A Tokyo court on Monday sentenced two Americans for helping Carlos Ghosn flee Japan at the end of 2019 to two years in prison for the first, one year and eight months for the second.
Michael Taylor, 60, who received the heaviest sentence, and his son Peter Taylor, 28, had been on trial since last month in Tokyo in the resounding case that ridiculed the Japanese authorities.
A third man still wanted
Carlos Ghosn had managed to flee Japan, hidden in a box of audio equipment. Michael and Peter Taylor had admitted the charges against them and had apologized in court, saying they regret their actions. In early July, the prosecution requested two years and ten months in prison against Michael Taylor and two and a half years for his son. Their lawyers had pleaded for suspended sentences, arguing in particular that Carlos Ghosn was the main instigator of the entire operation.
Residing permanently in Lebanon since his flight, the former big boss of Nissan and Renault is beyond the reach of Japanese justice because the country of the Cedar does not extradite its nationals. The Taylors were arrested in the United States in May 2020, then extradited to Japan in March this year to stand trial. Another alleged accomplice, a man of Lebanese origin named George-Antoine Zayek, is still wanted.
Three people sentenced in Istanbul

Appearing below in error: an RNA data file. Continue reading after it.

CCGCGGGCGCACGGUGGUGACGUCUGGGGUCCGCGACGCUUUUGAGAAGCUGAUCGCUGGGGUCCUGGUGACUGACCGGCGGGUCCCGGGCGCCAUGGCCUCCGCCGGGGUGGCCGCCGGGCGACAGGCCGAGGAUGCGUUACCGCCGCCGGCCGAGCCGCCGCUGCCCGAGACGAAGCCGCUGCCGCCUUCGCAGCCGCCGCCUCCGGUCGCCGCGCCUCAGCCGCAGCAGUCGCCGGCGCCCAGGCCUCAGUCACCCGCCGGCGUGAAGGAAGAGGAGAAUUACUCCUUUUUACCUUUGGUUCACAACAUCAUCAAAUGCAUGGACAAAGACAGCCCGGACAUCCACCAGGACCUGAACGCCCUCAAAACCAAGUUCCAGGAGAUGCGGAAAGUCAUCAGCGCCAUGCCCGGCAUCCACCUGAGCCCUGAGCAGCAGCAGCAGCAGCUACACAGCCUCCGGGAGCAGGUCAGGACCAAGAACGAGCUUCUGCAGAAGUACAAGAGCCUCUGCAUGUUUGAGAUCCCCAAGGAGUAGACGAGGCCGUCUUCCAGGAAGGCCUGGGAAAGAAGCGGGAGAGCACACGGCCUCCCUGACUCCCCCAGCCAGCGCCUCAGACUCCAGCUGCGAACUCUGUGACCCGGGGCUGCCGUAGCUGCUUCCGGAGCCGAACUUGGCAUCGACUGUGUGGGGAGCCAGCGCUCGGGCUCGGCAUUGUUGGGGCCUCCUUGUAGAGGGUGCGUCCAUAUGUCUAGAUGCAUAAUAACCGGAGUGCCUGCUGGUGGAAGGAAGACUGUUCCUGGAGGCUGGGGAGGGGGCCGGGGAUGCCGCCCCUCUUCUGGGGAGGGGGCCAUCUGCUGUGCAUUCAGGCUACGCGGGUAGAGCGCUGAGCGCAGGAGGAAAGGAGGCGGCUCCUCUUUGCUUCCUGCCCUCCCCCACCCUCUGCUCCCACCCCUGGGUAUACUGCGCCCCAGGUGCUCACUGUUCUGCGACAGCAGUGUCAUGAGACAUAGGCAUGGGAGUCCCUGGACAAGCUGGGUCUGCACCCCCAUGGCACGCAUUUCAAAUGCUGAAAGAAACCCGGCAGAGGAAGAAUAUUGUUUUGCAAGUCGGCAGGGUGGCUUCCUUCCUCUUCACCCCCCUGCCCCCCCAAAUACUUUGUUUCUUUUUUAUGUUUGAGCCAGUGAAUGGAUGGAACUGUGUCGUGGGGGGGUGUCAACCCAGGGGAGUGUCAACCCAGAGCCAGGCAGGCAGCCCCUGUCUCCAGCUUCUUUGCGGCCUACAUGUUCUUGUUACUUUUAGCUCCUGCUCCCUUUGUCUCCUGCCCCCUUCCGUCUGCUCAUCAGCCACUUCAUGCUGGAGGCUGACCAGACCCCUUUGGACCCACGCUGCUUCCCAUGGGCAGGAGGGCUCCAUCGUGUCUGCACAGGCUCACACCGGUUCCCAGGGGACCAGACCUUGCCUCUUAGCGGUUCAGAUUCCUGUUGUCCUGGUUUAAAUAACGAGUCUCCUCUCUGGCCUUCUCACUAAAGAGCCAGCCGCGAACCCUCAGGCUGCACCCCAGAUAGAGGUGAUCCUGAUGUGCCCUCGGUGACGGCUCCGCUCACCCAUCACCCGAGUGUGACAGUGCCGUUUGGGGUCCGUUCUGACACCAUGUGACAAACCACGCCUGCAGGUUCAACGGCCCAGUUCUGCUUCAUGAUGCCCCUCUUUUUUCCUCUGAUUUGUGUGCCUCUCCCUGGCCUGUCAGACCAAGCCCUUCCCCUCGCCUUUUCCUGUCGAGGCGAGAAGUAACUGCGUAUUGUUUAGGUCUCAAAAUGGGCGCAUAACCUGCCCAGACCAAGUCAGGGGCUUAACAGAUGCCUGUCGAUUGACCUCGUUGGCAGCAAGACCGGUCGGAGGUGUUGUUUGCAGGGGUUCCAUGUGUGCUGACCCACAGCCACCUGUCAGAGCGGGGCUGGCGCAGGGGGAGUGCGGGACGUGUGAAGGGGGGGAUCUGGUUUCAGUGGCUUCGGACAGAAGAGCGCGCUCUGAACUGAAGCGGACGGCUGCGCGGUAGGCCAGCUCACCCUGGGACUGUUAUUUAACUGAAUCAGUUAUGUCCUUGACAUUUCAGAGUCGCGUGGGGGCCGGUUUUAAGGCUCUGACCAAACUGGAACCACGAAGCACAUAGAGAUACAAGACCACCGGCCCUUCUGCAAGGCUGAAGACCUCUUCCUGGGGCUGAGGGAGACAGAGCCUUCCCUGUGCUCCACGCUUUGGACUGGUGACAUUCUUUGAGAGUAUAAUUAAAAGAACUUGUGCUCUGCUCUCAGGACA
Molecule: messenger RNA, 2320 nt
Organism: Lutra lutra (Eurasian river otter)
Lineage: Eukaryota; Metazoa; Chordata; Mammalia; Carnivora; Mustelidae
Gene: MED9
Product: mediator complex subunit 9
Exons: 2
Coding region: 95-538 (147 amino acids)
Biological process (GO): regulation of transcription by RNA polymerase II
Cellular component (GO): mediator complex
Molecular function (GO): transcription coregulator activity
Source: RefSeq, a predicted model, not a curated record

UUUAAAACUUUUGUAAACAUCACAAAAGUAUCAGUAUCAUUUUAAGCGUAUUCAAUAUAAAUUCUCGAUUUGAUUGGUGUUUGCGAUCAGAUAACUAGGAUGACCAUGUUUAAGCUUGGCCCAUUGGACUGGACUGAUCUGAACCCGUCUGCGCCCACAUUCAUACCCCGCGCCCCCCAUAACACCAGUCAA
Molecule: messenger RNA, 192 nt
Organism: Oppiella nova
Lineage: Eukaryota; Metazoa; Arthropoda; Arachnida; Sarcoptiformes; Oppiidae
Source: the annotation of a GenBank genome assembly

At the end of 2019, Carlos Ghosn was on bail in Tokyo, with the ban on leaving Japan pending trial for alleged financial embezzlement when he was at the head of Nissan. He has always claimed his innocence on this issue. On December 29, 2019, after traveling incognito from Tokyo to Osaka by shinkansen, the Japanese high-speed train, he hid in a large box of audio equipment pierced with small discreet holes to allow him to breathe.
Carlos Ghosn had thus escaped controls at Kansai International Airport. Baggage checks were not compulsory at the time for passengers boarding a private jet. In the process, the Franco-Lebanese-Brazilian had reached Beirut via Istanbul aboard private jets rented for the occasion. In February, three people were sentenced to more than four years in prison each by an Istanbul court in this case: an official of a Turkish jet charter company, as well as two pilots.